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Sunday, 17 February 2013

A memorandum on mystery objects for the Londonist

Ministry sources inform us that the Londonist has been poking around various museum curatorial departments. Do you have any mystery objects, they ask? Oh Londonist, you clearly don’t know museums very well do you. Let us guess, no one has been willing to give you a response? Here's why:

You are probably never going to find the arc of the
covenant in a museum store. Sorry to disappoint.
1) Museums do not want to tell you that they have mystery objects. Why would they? Museums are supposed to be places where we tell the public what stuff is. Why would they ever admit to you that they have no idea 90% of the time? When I mentioned your question to several museum friends of ours, all they could do was laugh at this question. All the objects are mystery objects they said with a rueful mirth. Really museums spend a large proportion of their time researching what they already have, trying to figure out what the bits in this box are, or what this gizmo does, who that shoe belonged to or whether this scroll as any historic significance. In fact, this aspect of museums has it’s own department: research and documentation or often, collections management. Solving the riddle of mystery object is literally a full time job. But museums don’t want you to know that, so they probably said something vague about collecting policies. Are we right or wrong?

We googled mystery object and got this.
About accurate we'd say.
2) The other reason why museums won’t give you an answer to this question is that mystery objects are genuinely not going to be interesting to you. If we do not know what they are, how are they interesting? It is not as if museums are hiding vastly complex pieces of alien technology that we have people in lab coats performing tests on. About 87% of the time, a number drawn from extensive research undertaken by the Ministry, mystery objects are just bits of other things that have fallen off and we don’t know where they go. Mystery objects are nuts and bolts, computer circuits, pieces of leather or broken ceramic, plastic things with point bits, or tangles of ship model rigging. We are very sorry to disappoint you Londonist, but museum store-rooms are not like the warehouse in Indiana Jones. They are not full of gold that we just haven’t found yet. Depending on the museum they are usually full of bones, bits of leather, dusty machinery, or paperwork in boxes. The museums aren’t telling you about their mystery objects because they know you won’t care even if you did know.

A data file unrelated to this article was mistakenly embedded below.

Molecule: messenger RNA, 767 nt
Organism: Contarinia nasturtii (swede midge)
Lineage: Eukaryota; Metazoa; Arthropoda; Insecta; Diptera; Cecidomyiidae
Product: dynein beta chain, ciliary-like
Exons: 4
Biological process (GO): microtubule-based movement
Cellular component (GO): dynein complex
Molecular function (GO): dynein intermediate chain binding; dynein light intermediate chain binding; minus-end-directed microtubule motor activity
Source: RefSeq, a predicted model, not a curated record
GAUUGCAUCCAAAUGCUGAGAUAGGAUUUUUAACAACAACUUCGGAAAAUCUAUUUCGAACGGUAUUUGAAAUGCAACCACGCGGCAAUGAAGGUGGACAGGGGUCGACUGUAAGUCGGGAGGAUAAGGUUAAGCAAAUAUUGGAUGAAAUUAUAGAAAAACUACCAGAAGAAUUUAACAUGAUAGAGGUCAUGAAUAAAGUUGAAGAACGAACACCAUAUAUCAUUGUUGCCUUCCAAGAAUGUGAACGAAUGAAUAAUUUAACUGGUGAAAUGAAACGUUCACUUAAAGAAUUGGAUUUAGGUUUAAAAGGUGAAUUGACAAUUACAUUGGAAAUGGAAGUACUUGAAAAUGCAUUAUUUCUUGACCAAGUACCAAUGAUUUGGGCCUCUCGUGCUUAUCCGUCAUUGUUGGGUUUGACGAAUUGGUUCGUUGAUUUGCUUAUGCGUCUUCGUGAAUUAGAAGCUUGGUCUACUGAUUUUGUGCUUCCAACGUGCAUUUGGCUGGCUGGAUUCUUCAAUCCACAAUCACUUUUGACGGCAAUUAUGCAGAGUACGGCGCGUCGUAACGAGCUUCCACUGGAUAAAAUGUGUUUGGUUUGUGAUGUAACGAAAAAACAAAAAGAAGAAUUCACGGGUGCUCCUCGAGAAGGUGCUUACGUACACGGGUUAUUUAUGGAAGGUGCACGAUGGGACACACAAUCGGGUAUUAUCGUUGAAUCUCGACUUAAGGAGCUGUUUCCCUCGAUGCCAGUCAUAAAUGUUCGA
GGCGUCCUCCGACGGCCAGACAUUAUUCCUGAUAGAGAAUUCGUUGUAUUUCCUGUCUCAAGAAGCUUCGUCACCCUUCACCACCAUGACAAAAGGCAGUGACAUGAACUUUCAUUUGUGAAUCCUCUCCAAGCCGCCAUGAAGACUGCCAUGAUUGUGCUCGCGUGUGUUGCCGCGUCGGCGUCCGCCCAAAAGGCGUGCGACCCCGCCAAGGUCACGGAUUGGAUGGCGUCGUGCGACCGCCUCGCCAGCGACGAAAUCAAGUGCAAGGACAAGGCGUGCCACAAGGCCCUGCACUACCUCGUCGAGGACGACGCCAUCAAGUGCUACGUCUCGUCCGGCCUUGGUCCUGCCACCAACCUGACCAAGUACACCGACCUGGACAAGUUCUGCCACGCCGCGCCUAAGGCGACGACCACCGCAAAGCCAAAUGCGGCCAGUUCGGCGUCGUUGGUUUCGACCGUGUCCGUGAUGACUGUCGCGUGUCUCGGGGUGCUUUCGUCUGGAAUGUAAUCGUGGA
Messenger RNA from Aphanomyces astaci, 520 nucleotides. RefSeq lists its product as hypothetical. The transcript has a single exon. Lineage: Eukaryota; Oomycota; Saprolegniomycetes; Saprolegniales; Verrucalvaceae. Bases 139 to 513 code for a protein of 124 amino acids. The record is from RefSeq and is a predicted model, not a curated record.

We will say as a disclaimer, from time to time museums un-earth beautiful mystery objects. Maybe it’s a piece of equipment that belonged to a famous scientist and we never knew. Maybe it’s a painting not correctly attributed. But we promise you a museum won’t tell you this either because they are already planning an exhibition about it.

We hope that clears some things up for you Londonist. If you want to get a proper answer out of a curatorial department, maybe ask them what their favourite object is that they can’t put on display. Or even better, what object they would steal from a different museum if they could. We are only trying to save you from yourselves, and being flooded with pictures of old gizmos and whirly-gigs that look like something you’d find in your granddads attic. You are welcome. 

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